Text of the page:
Tip #4 Be open to new experiences                       

Do something new, something that may be an adventure or bring a chuckle to you and your children. Open their eyes to realize . . although hard, . .  life can still be good. If you only focus on “what was”, you can get stuck, unable to move forward. Being open to “what’s around the bend” New experiences, build resilience, new memories. and give hope for a future.

Fortunately we did not have to pitch our tent in the snow. We did find dry ground, we spent two days and nights in the wilderness, caught trout for dinner in the stream, gazed at the starry night and remembered the wonderful memories we had made at this same exact site. We laughed, we were silly and we shared stories. Had my husband not chosen to include his wife and 3 little ones in his love of hiking outdoors, we would not have been there on the 1st Father’s Day without him. 

Tip #5 Remember the memories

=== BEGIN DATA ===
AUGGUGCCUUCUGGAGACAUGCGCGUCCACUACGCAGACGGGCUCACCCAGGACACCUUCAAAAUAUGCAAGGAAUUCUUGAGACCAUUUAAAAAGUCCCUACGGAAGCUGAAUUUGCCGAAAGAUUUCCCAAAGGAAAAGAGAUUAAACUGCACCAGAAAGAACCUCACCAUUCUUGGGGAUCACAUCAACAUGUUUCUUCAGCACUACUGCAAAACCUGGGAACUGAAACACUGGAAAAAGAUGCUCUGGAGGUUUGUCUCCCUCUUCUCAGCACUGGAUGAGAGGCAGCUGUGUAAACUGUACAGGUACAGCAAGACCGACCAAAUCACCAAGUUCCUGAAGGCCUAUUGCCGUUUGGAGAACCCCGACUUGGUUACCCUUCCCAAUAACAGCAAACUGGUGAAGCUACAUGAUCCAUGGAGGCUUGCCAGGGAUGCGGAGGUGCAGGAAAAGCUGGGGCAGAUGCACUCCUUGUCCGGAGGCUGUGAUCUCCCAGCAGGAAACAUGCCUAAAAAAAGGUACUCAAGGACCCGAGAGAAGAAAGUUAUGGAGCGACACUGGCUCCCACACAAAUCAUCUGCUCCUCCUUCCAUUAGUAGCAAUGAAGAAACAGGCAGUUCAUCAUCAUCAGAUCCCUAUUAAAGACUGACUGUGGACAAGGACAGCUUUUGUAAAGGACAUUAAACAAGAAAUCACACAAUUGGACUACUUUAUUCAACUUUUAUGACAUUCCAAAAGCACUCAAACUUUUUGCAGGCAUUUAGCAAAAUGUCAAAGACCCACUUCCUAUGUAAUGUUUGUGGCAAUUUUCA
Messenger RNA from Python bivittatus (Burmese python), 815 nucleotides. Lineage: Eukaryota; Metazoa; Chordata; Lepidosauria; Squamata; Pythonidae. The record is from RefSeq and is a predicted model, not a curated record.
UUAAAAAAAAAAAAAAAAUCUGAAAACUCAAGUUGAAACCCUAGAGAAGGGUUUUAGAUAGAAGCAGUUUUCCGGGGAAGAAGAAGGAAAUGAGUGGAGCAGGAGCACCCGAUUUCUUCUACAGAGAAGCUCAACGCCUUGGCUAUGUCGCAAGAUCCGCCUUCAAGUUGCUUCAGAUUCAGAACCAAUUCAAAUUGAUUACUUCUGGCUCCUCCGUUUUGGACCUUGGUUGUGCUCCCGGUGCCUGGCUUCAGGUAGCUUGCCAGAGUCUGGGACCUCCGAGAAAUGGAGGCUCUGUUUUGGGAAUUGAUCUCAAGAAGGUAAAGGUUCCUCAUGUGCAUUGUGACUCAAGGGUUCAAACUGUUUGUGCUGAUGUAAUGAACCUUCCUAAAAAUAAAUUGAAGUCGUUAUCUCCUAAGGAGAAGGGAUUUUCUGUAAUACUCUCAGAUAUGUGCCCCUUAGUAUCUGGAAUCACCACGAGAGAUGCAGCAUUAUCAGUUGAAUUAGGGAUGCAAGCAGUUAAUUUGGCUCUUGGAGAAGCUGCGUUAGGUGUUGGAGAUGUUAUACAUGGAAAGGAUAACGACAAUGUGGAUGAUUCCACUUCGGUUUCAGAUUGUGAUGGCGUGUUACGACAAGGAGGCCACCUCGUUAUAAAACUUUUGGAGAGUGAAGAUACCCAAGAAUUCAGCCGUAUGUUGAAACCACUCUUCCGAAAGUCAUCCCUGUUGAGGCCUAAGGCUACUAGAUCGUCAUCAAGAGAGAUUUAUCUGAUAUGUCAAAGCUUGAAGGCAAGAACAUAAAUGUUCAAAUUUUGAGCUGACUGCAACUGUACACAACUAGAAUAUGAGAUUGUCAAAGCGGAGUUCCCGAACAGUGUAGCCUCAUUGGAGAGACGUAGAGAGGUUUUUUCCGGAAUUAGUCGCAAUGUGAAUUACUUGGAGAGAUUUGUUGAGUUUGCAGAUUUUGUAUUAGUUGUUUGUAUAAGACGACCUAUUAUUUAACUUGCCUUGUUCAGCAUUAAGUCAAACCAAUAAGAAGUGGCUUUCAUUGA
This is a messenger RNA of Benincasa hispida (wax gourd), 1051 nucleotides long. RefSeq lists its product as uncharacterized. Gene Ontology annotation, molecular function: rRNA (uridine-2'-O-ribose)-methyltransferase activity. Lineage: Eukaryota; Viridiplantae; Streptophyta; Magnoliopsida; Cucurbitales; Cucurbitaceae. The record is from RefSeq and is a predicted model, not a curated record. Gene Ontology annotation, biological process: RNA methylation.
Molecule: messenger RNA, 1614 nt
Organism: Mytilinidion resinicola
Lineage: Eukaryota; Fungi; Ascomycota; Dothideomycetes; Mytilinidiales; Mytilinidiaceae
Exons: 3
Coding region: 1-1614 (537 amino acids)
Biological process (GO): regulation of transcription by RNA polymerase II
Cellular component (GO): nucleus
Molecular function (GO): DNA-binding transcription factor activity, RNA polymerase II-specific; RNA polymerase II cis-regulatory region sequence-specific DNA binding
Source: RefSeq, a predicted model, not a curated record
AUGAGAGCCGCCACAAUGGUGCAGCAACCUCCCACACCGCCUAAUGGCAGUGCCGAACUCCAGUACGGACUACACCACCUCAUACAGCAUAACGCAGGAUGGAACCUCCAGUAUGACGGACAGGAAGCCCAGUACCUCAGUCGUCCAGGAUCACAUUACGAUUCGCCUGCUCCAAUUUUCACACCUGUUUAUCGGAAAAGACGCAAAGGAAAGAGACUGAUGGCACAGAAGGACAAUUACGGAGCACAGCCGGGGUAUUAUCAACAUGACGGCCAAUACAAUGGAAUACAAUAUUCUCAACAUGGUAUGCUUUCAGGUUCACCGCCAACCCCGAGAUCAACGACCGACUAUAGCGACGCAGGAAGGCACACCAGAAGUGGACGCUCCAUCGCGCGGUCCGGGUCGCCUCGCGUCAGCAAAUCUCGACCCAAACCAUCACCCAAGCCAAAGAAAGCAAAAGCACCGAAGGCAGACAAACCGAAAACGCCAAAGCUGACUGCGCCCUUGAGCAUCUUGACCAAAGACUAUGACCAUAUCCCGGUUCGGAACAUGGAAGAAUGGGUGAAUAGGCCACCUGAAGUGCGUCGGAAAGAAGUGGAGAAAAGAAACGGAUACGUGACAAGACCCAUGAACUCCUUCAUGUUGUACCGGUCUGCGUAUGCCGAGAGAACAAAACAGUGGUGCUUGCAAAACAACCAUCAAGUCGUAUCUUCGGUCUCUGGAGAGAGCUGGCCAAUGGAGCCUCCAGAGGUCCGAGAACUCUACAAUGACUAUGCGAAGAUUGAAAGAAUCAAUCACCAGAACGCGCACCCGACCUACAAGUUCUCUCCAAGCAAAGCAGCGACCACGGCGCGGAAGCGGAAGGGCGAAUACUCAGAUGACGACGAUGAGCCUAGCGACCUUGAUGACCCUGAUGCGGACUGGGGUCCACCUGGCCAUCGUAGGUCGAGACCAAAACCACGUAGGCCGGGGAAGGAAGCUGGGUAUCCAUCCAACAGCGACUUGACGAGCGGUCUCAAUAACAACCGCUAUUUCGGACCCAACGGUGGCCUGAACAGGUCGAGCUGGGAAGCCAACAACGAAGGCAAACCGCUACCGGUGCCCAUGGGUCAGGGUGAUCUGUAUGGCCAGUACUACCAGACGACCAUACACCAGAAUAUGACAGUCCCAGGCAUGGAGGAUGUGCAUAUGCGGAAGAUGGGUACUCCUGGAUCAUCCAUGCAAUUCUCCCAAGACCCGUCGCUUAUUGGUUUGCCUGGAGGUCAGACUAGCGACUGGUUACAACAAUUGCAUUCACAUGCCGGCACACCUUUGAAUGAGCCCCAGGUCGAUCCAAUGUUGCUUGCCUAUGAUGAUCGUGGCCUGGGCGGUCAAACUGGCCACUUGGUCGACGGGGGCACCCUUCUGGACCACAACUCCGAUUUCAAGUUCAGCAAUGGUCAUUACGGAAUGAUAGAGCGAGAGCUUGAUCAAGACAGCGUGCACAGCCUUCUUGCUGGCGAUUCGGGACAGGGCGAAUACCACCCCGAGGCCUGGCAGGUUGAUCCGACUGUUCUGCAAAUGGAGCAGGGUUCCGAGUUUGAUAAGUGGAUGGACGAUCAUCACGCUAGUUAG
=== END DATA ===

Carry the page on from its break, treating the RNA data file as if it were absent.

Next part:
Tell your stories, the blessings of a father’s touch on your life. This is different than being “stuck in the past.” There’s a joy to remember memories  and live in the present.  Sometimes your children need a boost to get started. Start off a story with . .”remember when we or dad” . . . . As mom begins to remember, their memories kick in gear and the blessings begin. 

These tips are not without pain and struggle. It is hard. It's difficult. I urge you to trudge forward and face the difficulties. But you do not have to do it alone. I'd love to share some resources with you. Give me a call for a free phone consultation at 559-577-3994 or email me at


Grieving the Loss of a Loved One


Are you in the midst of grief?


Do you wonder if you’ll ever enjoy life again?


You may feel like you’re going "crazy" or "losing it." You’re not!  You’re grieving the death of special person you dearly love. 


```We grieve because we love and this is normal.

Normal grief throws ones life into chaos, mentally, emotionally physically and spiritually. It is painful and harder then you thought it would be. Finding out what is normal will help you hang on to hope and know that healing will come.